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I have a water pump, it works fine. Motor is rated for 115/230 and draws 9.6 or 4.8 full-load amps depending on voltage. Its cord has a plug that appears to be vintage NEMA 10-20, but I'm not certain as I've never seen one before. The receptacle is on its own 30-amp dual-pole breaker, and I verified that the wiring is two hots and a ground.

I want to run this pump from my generator, which is an older 5000 watt Troy-Bilt with standard 240v L14-30 and 120v 5-15/20 receptacles.

The problem: I can't find any adapters for 10-20 plugs anywhere. Is this just because they're obsolete? Or because they're ungrounded and super-dangerous?

Main question: Should I bother making a custom adapter cord for this setup or just upgrade the plug and receptacle to something newer? Is one option obviously better/safer/easier?

Pump motor is a 1986 Dayton 5K658B 3/4HP 115/230 3450 rpm. I found this tech sheet but I'm not 100% sure it's the same model.

nema 10-20 plugdayton pump faceplate

receptacle wiring

Conclusion:

Based on the discussion in the comments, this whole situation is more complex and sketchy than I had anticipated. I have other electrical work I need done so I'm going to add this plug/receptacle to the list and seek professional help.

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    The logic conflict was a NEMA 10 uses a neutral connection with 240v, but when the motor when wired for 120v it couldn't have a 60v mid-point connection. The label confirmed the NEMA 6 was not right. That plug should be a NEMA 6-20 if wired for 240v. So now we need to see what's behind the receptacle to see if it's easy to install. And is it a 120v breaker or a two-pole 240v breaker? Dec 14 '20 at 4:24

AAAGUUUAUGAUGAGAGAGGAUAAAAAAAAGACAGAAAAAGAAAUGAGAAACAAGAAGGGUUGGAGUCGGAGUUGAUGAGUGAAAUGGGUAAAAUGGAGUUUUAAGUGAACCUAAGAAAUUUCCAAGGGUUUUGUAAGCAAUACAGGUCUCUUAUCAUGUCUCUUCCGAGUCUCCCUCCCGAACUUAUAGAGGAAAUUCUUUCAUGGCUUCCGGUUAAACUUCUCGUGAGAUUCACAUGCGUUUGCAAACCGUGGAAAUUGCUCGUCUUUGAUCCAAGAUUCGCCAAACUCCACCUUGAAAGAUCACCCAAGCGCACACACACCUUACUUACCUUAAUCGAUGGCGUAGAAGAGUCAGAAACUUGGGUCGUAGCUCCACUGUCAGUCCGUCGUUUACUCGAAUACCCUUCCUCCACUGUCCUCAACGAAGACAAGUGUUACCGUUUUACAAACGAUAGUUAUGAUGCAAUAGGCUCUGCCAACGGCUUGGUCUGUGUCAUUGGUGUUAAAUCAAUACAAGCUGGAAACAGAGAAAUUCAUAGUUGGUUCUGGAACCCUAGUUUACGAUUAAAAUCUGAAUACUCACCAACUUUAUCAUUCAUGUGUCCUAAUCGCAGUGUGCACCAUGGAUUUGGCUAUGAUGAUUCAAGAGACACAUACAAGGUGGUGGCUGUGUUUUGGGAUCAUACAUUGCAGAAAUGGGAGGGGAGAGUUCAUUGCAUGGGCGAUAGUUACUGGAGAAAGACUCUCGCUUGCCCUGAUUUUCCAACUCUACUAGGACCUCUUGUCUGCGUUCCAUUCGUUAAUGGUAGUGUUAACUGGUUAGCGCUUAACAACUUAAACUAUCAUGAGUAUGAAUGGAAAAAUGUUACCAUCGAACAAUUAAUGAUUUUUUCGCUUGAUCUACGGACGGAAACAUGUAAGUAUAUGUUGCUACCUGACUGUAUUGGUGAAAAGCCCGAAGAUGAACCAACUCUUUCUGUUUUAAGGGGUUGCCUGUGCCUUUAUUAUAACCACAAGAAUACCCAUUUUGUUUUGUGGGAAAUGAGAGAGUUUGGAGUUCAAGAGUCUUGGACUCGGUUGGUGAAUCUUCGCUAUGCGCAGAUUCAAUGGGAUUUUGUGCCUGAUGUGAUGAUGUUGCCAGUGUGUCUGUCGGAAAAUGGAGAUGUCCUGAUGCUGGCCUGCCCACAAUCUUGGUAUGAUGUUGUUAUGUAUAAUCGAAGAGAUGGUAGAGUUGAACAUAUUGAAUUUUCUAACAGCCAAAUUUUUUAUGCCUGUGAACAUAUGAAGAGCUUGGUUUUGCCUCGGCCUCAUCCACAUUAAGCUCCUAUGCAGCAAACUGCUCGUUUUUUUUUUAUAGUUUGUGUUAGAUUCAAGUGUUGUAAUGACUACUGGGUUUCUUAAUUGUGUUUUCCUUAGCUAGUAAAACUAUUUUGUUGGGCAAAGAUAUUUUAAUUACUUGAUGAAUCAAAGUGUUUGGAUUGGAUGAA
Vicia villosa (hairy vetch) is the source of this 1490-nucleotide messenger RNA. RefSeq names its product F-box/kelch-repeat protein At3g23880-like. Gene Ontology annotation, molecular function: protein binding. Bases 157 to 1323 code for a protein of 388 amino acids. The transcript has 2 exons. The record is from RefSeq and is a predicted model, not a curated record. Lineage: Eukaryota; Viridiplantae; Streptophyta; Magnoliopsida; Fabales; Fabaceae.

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    Pretty clear this thing needs a ground. Plus in any new installation it should be on a GFCI. Dec 14 '20 at 4:28
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    For those that don’t understand how the windings work (60v mid point is not how a dual voltage motor is wired) there are 2 sets of windings. With the windings in parallel the voltage is 120 with the windings in series the voltage is 240. 120v uses neutral and ground by today’s code and 240v uses 2 hot conductors and ground. Would that plug receptacle be safe ? If properly wired it would function for decades more, however if converting I would change to the appropriate 3 wire twist lock , GFCI protection the installation is regulated by the date installed and GFCI protection was not required
    – Ed Beal
    Dec 14 '20 at 14:45
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    GFCI protection was not required at installation and presumably not for a straight replacement. But unlike some other situations (e.g., a kitchen counter receptacle that realistically isn't so close to a sink where "no big deal"), a water pump seems to me to be pretty much a prime application for GFCI to truly improve safety, at least if that water has any chance of being touched by people. Dec 14 '20 at 15:33
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    Prior to the 99 code update the ground and neutral were connected even in sub panels so back then this would have been just fine no difference between the 2 and the reason prior to this you see 3 wire more often. It was only with more recent code changes that changes, I say recent because I started in the 70’s so that method was legal for new construction for over 1/2 the years I have been doing this and as “as built” it is still legal today, note you can update a receptacle without having to add GFCI protection. (Or this is true in all the states I have worked).
    – Ed Beal
    Dec 14 '20 at 17:39
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Is that plug safe, yes when properly wired there is no issue with that plug. What would a best practice be when setting up a direct connection to a generator. Change the plug to the appropriate 3 wire twist lock. The old plug will work but with motor loads vibrations can allow the plug to work out of the receptacle moving the plug from one source to another increases the chance the plug can vibrate out because of the stress on the wire being different.